cover image Giant Moth Perishes

Giant Moth Perishes

Geoffrey Nutter. Wave, $18 trade paper (128p) ISBN 978-1-950268-19-1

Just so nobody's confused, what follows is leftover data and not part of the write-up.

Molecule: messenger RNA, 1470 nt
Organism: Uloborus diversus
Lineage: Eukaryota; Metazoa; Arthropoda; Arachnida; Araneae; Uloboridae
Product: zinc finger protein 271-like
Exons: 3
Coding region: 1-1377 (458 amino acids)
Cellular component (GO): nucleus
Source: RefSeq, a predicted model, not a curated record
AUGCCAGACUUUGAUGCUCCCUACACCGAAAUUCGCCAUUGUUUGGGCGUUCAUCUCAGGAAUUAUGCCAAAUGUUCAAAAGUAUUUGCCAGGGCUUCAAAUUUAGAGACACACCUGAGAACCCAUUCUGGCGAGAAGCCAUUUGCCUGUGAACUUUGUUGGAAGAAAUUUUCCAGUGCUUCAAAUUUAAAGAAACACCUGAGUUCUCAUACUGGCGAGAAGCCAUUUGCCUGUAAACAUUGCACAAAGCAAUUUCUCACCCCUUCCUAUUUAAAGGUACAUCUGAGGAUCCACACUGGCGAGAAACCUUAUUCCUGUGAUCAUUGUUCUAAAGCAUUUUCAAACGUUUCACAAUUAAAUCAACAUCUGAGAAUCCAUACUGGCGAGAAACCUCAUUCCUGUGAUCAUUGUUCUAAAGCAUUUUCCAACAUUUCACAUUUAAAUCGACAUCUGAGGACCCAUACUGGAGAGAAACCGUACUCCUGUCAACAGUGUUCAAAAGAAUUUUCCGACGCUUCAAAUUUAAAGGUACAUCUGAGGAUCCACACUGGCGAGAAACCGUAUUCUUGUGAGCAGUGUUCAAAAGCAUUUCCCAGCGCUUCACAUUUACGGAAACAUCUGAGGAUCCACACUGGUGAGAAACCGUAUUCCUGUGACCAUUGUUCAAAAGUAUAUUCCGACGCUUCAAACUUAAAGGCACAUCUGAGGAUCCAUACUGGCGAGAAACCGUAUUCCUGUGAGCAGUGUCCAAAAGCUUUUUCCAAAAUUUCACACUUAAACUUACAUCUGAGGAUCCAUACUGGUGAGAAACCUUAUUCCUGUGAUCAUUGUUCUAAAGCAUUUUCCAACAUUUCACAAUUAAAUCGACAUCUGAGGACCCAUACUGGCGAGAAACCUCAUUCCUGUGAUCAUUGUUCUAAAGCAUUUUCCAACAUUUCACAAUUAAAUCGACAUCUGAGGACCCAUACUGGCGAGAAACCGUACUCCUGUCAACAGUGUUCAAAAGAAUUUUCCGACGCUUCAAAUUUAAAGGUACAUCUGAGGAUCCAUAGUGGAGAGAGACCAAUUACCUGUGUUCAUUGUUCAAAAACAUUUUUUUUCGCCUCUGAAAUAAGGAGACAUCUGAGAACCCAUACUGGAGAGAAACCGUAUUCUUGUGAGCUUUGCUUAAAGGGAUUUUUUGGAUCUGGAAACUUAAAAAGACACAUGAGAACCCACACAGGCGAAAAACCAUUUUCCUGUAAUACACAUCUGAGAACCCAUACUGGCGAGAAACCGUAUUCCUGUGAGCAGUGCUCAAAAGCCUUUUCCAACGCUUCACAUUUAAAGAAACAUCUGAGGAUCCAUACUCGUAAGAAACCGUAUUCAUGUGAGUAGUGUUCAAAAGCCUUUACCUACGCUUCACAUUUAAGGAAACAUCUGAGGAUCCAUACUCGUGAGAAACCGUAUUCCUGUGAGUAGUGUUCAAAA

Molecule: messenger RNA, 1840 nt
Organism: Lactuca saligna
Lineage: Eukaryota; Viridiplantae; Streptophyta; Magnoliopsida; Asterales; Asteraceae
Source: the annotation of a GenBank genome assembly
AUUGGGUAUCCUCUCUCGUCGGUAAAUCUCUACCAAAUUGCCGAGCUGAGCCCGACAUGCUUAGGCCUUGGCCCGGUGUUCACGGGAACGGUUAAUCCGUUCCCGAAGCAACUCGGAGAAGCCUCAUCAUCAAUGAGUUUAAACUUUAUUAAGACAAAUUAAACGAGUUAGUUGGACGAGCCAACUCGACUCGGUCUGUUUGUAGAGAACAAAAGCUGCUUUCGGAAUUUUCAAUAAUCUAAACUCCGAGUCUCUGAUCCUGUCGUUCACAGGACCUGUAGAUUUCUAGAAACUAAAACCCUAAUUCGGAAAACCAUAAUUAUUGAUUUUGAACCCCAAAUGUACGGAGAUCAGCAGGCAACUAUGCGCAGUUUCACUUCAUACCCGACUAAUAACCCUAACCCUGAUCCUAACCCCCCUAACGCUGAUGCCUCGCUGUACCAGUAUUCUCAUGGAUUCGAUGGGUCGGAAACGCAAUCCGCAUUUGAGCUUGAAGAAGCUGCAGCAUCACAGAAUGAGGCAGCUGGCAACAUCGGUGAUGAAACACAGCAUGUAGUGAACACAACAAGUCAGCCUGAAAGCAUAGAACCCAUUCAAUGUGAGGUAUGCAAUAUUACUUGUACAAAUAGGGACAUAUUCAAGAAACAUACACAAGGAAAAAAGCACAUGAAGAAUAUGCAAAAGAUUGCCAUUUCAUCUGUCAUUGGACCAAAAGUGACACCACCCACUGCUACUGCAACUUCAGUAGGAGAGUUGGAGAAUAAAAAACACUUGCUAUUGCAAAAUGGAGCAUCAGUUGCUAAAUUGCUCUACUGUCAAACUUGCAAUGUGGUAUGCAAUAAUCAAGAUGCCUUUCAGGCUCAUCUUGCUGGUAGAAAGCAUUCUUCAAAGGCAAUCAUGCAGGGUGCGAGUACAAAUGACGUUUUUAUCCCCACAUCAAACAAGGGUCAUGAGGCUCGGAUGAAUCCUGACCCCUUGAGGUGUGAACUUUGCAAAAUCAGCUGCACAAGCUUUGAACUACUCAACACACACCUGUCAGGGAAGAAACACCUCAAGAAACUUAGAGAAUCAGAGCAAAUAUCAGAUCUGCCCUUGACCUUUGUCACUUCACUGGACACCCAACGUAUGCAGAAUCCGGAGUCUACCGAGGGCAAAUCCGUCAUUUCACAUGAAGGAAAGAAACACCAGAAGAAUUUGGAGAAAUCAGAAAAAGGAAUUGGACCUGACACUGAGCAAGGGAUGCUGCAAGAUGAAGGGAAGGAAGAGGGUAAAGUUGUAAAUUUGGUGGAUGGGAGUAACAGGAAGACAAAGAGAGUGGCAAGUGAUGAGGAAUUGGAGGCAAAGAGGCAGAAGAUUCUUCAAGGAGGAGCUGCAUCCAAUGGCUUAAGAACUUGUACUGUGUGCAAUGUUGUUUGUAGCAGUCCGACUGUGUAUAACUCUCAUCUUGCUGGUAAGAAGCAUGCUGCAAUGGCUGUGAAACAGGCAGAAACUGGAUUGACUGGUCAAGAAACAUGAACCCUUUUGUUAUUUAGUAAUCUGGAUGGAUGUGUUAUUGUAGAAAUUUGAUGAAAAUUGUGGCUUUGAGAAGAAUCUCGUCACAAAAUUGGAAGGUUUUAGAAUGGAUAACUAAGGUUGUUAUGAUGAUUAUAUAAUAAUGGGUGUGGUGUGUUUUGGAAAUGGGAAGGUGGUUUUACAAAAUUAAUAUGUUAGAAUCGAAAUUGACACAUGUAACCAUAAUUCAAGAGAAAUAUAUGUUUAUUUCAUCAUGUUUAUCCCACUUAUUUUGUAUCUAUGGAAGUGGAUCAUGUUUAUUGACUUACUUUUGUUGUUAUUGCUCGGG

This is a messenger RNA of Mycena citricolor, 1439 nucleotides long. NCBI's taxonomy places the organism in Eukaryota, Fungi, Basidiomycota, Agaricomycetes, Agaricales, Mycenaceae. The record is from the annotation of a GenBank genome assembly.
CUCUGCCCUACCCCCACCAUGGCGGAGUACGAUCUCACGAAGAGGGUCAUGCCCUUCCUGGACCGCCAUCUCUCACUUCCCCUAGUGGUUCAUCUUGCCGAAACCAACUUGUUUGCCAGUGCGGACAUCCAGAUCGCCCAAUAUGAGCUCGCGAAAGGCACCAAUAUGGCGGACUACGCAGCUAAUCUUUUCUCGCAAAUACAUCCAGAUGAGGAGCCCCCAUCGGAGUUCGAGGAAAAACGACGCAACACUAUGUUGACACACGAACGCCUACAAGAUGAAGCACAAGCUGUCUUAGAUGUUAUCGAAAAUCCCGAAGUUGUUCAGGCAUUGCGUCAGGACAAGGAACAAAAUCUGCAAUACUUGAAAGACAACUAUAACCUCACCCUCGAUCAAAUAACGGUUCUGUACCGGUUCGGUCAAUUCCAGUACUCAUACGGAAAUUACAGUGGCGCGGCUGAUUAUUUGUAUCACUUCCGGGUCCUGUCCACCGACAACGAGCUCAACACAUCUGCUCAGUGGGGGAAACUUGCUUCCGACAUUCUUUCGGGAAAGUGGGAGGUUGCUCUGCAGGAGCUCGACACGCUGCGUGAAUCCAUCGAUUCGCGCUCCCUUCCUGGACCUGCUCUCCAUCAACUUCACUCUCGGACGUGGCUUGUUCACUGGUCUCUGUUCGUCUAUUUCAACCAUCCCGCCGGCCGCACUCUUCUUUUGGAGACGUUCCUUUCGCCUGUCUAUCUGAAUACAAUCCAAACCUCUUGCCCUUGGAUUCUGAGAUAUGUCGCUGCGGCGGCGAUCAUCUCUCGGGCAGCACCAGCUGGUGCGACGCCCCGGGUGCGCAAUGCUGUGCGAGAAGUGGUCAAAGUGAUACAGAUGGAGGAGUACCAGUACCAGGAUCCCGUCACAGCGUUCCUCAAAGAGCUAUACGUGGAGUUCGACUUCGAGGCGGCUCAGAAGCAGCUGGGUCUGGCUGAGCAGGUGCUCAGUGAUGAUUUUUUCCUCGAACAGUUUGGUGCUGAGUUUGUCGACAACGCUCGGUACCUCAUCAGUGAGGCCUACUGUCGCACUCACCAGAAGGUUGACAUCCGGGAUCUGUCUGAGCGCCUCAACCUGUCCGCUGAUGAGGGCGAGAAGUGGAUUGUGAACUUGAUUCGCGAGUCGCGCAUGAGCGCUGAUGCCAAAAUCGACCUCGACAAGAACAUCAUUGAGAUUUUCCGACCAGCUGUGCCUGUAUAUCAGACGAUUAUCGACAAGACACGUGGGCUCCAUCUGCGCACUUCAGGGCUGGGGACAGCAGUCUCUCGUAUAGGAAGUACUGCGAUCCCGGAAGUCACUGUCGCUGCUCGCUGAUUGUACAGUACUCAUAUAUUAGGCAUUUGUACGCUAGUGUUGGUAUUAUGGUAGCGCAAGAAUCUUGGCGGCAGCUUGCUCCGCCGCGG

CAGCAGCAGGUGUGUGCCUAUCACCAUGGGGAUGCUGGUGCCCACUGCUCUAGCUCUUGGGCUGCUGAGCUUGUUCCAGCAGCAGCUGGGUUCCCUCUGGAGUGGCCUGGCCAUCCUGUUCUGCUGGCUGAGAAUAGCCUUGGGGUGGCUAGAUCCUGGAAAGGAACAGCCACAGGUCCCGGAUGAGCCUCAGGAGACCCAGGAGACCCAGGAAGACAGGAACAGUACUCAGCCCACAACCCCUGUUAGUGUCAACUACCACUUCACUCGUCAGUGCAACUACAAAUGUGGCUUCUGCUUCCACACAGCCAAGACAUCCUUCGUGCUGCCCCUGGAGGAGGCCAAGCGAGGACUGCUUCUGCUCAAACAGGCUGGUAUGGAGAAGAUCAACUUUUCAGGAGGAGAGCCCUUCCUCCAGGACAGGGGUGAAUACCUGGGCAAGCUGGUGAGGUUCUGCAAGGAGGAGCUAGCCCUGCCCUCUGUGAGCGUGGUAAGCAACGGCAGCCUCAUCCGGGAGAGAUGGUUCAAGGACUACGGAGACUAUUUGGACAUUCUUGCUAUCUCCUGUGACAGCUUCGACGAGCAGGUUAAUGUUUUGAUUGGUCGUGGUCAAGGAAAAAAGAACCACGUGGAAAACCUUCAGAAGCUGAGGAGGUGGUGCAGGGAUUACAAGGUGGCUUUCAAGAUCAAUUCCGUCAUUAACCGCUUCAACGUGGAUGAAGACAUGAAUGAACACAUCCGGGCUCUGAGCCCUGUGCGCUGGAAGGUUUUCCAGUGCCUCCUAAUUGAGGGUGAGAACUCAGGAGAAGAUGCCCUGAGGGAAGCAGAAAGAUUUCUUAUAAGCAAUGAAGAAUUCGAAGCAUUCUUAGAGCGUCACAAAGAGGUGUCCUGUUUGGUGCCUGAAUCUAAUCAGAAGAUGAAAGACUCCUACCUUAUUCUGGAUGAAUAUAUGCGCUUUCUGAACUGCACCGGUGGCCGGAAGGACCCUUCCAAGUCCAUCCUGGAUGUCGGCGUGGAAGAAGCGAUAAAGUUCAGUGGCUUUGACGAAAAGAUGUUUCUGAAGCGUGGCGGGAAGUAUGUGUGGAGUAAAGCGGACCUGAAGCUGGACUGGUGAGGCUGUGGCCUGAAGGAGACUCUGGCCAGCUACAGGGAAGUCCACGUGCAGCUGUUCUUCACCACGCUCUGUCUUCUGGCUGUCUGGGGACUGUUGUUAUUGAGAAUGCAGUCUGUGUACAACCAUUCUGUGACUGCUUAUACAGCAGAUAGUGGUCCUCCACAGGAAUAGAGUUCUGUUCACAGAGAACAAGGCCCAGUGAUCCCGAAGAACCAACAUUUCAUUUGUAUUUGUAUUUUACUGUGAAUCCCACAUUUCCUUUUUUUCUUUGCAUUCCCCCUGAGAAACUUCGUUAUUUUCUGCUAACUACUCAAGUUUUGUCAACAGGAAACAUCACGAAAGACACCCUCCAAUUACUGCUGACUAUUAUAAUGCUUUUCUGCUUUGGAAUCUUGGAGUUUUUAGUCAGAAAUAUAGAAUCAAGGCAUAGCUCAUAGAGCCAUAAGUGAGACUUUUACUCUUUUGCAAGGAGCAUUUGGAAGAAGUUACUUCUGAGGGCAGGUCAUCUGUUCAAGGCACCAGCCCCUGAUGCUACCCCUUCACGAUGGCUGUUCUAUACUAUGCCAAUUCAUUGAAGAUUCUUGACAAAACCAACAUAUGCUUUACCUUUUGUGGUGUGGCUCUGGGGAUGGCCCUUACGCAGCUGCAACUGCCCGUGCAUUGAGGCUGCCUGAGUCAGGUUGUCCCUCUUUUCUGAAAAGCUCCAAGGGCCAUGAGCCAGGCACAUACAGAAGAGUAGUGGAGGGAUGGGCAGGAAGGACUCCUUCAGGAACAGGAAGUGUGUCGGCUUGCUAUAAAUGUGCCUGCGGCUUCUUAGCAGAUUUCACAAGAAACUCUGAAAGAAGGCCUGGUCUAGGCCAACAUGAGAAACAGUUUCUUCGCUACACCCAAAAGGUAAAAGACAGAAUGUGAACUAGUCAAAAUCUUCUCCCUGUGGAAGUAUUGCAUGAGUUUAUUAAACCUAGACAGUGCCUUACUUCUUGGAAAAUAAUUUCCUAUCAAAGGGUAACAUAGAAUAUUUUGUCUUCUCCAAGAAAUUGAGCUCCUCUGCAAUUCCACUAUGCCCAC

Nutter (Cities at Dawn) offers phenomenal snapshots of an imagination pondering the dissolution of the world around it. With an interest in the contrast between man-made and natural environments, these poems find strange juxtapositions in the details of the landscape: “Some heaven-shining-august child/ seemed to be petting a deer/ that was grazing yellow grass/ beyond the hydroelectric building.” Nutter portrays human detachment in the face of time: “I seem/ to have entered a sphere of invisibility/ where all things can take place near me/ yet apart, tall and aloof as the eleven-shaped/ clock.” Yet the poems suggest that this detachment is an illusion as they layer on startling descriptions of the cheap, knockoff nature humanity may be left with: “if you fell asleep/ in the solarium, where near movable screens/ made to look like real flowers the gardener/ is using wire to tie the blue body/ of the damselfly to a blade of grass/ to make it look alive.” This insightful and vivid collection promises an antidote to apathy, inviting readers to refocus their attention on the wonders around them before they are transformed or lost. (May)